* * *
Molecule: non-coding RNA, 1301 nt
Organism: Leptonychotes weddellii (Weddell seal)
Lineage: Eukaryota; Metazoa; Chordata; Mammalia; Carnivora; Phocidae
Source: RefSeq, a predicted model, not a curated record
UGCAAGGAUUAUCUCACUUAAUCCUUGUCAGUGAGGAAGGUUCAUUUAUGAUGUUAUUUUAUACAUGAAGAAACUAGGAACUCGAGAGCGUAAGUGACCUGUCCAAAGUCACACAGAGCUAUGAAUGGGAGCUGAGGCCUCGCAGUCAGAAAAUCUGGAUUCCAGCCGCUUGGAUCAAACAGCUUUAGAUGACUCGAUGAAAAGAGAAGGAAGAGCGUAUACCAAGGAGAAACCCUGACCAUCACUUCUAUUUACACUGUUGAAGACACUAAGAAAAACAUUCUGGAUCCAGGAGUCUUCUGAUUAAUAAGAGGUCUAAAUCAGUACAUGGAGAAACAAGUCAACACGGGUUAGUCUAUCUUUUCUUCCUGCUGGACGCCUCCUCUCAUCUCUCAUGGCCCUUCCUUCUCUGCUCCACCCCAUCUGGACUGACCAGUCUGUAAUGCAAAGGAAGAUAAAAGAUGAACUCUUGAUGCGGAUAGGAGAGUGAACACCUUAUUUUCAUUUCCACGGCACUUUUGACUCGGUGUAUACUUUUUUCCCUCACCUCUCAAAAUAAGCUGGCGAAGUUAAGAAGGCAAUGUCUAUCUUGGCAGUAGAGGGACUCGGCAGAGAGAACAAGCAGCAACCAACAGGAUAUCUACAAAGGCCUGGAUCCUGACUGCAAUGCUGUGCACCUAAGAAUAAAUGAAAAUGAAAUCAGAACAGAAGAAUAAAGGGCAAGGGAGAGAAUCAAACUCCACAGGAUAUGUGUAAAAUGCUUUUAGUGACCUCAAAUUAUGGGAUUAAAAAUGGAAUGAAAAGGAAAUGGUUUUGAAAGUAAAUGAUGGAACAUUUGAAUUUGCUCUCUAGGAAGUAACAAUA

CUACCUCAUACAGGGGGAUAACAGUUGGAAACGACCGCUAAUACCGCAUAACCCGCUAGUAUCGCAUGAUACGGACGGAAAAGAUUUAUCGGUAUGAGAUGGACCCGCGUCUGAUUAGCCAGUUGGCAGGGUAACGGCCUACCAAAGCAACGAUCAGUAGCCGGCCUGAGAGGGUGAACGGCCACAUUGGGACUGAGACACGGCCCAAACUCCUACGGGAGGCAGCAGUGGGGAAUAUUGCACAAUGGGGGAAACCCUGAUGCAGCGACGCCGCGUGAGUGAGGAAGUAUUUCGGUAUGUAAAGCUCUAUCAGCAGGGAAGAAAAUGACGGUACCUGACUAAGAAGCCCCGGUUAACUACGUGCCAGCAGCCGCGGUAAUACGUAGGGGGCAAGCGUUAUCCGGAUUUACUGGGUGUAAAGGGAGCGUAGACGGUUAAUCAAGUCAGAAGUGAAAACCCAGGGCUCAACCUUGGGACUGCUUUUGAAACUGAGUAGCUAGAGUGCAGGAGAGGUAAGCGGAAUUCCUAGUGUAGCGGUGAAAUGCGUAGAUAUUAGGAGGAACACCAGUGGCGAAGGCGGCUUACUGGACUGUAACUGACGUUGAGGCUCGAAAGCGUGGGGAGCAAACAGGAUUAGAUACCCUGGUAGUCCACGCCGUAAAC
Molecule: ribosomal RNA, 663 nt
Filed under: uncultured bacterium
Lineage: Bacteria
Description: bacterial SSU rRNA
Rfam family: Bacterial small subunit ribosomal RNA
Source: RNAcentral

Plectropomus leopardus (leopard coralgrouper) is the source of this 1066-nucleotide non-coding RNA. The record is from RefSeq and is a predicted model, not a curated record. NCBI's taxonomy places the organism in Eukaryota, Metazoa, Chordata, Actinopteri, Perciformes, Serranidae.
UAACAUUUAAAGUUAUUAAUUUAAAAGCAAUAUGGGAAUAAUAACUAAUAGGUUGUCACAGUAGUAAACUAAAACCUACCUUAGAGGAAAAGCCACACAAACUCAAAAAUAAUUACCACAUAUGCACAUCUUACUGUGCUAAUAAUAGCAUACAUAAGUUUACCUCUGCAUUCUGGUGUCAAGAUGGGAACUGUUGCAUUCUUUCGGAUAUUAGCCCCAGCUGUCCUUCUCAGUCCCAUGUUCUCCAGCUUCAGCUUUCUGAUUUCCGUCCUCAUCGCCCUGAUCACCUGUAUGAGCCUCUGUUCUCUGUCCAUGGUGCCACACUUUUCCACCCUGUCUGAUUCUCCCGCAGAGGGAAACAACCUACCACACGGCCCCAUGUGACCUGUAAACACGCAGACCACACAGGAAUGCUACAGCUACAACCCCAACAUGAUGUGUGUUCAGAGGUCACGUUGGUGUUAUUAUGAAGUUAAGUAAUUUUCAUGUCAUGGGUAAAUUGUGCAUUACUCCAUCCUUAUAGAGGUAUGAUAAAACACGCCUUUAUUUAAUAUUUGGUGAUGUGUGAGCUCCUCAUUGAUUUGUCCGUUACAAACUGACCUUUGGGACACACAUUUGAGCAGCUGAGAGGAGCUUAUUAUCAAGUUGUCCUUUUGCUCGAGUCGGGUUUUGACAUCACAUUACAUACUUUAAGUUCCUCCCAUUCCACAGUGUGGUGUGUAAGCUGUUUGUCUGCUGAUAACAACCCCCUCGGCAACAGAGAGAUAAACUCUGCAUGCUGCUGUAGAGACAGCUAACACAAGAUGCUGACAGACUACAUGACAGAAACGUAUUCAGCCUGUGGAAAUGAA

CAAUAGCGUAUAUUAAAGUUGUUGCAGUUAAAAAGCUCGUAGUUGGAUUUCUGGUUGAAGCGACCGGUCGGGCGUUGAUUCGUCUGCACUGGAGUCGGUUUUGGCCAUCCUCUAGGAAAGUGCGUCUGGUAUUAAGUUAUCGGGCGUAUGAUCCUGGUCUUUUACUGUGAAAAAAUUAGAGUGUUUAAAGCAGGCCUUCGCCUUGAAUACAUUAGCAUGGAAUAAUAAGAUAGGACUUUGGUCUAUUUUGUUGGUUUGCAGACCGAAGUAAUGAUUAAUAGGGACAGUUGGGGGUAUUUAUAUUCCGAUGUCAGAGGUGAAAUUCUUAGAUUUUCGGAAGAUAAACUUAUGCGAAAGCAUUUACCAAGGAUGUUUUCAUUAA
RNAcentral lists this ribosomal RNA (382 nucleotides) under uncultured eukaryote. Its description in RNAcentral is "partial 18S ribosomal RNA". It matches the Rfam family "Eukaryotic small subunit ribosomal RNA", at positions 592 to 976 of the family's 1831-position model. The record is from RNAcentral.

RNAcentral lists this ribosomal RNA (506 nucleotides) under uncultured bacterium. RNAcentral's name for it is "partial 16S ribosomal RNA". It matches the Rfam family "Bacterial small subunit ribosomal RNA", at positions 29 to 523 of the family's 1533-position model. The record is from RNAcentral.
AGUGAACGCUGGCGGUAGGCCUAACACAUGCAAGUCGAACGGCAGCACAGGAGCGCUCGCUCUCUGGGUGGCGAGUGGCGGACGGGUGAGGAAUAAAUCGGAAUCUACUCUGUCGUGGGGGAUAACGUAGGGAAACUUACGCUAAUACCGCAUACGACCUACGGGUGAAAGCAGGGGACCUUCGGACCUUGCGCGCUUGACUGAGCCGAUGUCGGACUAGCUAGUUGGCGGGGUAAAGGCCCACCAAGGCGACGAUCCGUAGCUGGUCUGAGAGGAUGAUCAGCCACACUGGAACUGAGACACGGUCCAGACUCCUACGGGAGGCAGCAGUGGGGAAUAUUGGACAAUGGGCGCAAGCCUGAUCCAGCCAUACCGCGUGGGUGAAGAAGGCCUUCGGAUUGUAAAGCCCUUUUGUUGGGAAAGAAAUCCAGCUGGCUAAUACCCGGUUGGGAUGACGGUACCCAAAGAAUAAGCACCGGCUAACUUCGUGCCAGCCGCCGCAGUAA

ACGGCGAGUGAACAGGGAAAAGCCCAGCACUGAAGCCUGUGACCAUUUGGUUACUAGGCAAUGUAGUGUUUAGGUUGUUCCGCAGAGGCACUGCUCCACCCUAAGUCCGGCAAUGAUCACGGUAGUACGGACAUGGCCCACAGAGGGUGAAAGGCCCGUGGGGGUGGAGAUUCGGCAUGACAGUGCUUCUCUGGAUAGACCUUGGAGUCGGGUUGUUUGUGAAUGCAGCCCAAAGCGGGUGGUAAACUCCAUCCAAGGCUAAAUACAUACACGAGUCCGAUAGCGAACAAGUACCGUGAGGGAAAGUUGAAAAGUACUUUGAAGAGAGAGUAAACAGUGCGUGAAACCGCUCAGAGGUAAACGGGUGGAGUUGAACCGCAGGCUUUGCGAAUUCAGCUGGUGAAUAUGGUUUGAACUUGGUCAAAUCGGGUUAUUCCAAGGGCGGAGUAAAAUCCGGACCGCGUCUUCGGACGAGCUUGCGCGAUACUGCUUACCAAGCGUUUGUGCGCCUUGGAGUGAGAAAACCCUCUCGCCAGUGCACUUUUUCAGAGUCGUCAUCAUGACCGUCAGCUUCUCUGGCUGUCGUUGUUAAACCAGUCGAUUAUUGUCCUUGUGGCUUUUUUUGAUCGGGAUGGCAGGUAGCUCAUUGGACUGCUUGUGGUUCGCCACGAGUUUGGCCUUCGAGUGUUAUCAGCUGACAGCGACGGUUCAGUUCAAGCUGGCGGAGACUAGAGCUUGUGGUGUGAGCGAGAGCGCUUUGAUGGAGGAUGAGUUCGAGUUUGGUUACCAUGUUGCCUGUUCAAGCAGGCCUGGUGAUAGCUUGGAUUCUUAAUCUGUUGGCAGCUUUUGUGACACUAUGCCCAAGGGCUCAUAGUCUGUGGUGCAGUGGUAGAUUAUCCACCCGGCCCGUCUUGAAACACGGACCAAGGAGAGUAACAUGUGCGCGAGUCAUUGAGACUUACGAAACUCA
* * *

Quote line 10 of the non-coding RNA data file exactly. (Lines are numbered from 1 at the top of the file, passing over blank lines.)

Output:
Description: bacterial SSU rRNA